Angel's Rest

I feel like this blog is slowly turning into a trail guide... not that that's a bad thing, but it certainly wasn't my intent when I began it! Maybe one of these days (when I'm not exploring and taking craploads of pictures) I'll start posting more artsy-things on here and finally get that etsy shop up and running.

In the meantime, here's another trail guide for you to enjoy. ;)

Yesterday I had the day off work and spent some time researching another new trail to explore. It was raining when I woke up, so I slept in a bit, only to discover that when I finally got out of bed at the late ol' hour of 9:00am, the sky was blue and the sun was shining!

In a frenzy, I threw on some hiking clothes (no jeans and ski coat for me, this time!), packed my daypack with water, snacks, and a camera, and hit the road bound for Angel's Rest.

Alas, in the half-hour it took me to get the gorge, the rain started up again and for a while I sat brooding in my car at the trailhead, wondering if I should continue onward. There were a bunch of other hikers there already, and they were much better prepared than I was, by the looks of it. They all had on warm hats, gloves, several layers and rain gear, not to mention loaded packs and trekking poles. It was like an REI catalog out there. In my haste this morning, I unwittingly packed for an east coast hike and completely neglected to remember that I am no longer in an east coast climate.

Things I was missing:

Gaiters. (It's damn muddy all the time with the rain. How did I not remember that from my last hike?) A rain cover for my pack. (I have one for my big pack, but my daypack? Oh, no.) A more rain-proof camera case. (I brought the little one for weight's sake and forgot the one with the raincover at home.) Warm clothes. (I had on long underwear and a rain coat, but it was much chillier than expected...) Trekking poles. (Downhill is not my friend.)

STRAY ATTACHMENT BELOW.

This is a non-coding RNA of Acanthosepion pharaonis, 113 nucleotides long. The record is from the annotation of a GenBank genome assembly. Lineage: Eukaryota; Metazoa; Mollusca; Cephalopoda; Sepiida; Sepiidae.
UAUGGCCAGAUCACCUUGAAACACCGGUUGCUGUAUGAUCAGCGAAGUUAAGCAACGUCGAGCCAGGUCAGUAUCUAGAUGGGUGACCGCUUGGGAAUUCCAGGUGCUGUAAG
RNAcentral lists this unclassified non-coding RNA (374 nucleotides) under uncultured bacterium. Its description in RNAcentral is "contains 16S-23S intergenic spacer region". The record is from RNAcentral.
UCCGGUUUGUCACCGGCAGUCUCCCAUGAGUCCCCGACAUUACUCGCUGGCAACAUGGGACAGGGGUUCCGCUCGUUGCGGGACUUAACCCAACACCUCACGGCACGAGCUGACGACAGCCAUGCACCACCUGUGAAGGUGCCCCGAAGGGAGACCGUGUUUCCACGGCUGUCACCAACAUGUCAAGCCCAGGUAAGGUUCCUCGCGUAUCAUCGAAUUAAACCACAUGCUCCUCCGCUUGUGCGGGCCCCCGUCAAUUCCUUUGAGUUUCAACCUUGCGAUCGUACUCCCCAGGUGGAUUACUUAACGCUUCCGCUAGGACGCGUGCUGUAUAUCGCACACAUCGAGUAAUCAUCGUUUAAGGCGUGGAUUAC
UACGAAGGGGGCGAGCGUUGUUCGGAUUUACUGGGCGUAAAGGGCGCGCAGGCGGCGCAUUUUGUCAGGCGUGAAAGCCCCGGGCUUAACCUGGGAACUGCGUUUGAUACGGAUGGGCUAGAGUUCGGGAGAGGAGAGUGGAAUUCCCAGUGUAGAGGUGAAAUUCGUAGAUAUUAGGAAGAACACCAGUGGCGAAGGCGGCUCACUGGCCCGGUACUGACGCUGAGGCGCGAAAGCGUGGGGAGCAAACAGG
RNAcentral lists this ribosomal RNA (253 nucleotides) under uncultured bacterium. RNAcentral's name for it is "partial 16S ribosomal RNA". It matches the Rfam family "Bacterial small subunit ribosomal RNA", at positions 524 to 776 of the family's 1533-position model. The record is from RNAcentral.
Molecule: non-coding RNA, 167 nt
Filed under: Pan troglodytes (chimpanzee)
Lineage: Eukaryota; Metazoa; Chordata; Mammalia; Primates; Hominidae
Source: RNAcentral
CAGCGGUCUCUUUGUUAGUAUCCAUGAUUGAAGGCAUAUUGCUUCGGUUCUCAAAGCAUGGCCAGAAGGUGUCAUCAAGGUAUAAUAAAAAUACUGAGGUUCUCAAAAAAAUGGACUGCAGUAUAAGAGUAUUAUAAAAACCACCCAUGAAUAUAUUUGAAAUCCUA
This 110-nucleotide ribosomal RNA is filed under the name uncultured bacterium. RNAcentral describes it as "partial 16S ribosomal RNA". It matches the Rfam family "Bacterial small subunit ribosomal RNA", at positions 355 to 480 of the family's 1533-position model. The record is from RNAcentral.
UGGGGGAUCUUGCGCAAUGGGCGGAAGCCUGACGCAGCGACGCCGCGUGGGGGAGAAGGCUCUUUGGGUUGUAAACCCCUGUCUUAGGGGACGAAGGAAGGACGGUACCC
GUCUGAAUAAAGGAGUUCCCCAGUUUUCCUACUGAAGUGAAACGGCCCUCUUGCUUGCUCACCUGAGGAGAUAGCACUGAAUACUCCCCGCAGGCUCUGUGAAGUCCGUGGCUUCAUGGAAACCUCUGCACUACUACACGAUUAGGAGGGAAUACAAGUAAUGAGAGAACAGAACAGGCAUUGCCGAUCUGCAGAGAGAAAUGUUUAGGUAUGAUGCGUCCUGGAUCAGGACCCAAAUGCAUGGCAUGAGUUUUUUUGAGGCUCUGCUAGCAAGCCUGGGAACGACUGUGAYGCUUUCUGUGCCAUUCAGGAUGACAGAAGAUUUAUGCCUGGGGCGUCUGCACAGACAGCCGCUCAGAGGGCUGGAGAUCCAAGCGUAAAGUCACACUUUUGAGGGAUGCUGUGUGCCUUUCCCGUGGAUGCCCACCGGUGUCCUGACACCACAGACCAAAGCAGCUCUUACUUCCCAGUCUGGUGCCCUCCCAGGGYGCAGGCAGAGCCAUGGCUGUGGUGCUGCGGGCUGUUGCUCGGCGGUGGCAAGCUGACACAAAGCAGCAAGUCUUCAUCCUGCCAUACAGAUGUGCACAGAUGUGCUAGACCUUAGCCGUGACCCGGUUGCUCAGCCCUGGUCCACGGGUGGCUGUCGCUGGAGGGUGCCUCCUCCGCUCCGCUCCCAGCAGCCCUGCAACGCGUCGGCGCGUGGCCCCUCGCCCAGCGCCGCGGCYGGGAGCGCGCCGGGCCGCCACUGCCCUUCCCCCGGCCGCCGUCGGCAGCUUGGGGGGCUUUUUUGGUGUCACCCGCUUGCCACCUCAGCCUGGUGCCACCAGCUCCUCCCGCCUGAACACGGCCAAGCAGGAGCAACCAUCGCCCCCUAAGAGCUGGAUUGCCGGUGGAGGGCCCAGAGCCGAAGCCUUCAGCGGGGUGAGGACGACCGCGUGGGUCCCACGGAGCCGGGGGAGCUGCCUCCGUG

In a twist of fate, the rain suddenly stopped ten minutes after I arrived, and I jumped at the chance to start up Angel's Rest, anyway. Rated as a "moderate" hike in my trail guide, I soon learned that "moderate" meant 2,000 feet of elevation change in two miles. Huffing and puffing and realizing how out of shape I was as I hiked up the trail, I made myself go onward because, well, it was Oregon and the trail was still beautiful despite its ruggedness.

As I climbed higher, the lush greenery dropped behind and tantalizing views of the Columbia River Gorge spread out below me. An hour and a half later I was standing at the top of a granite outcropping, the sun shining, and the whole of the gorge laid out at my feet. The weary hike was well worth the result, and I took a moment to have a mini-picnic and take some photos before descending again. I might have stayed longer, but my fingers were turning blue and -- wouldn't you know it -- it was hailing. We finally get a blue sky, sun and just a few wayward clouds, and it hails. Oregon is so weird.

Here's the view from Angel's Rest... quite aptly named, I might add.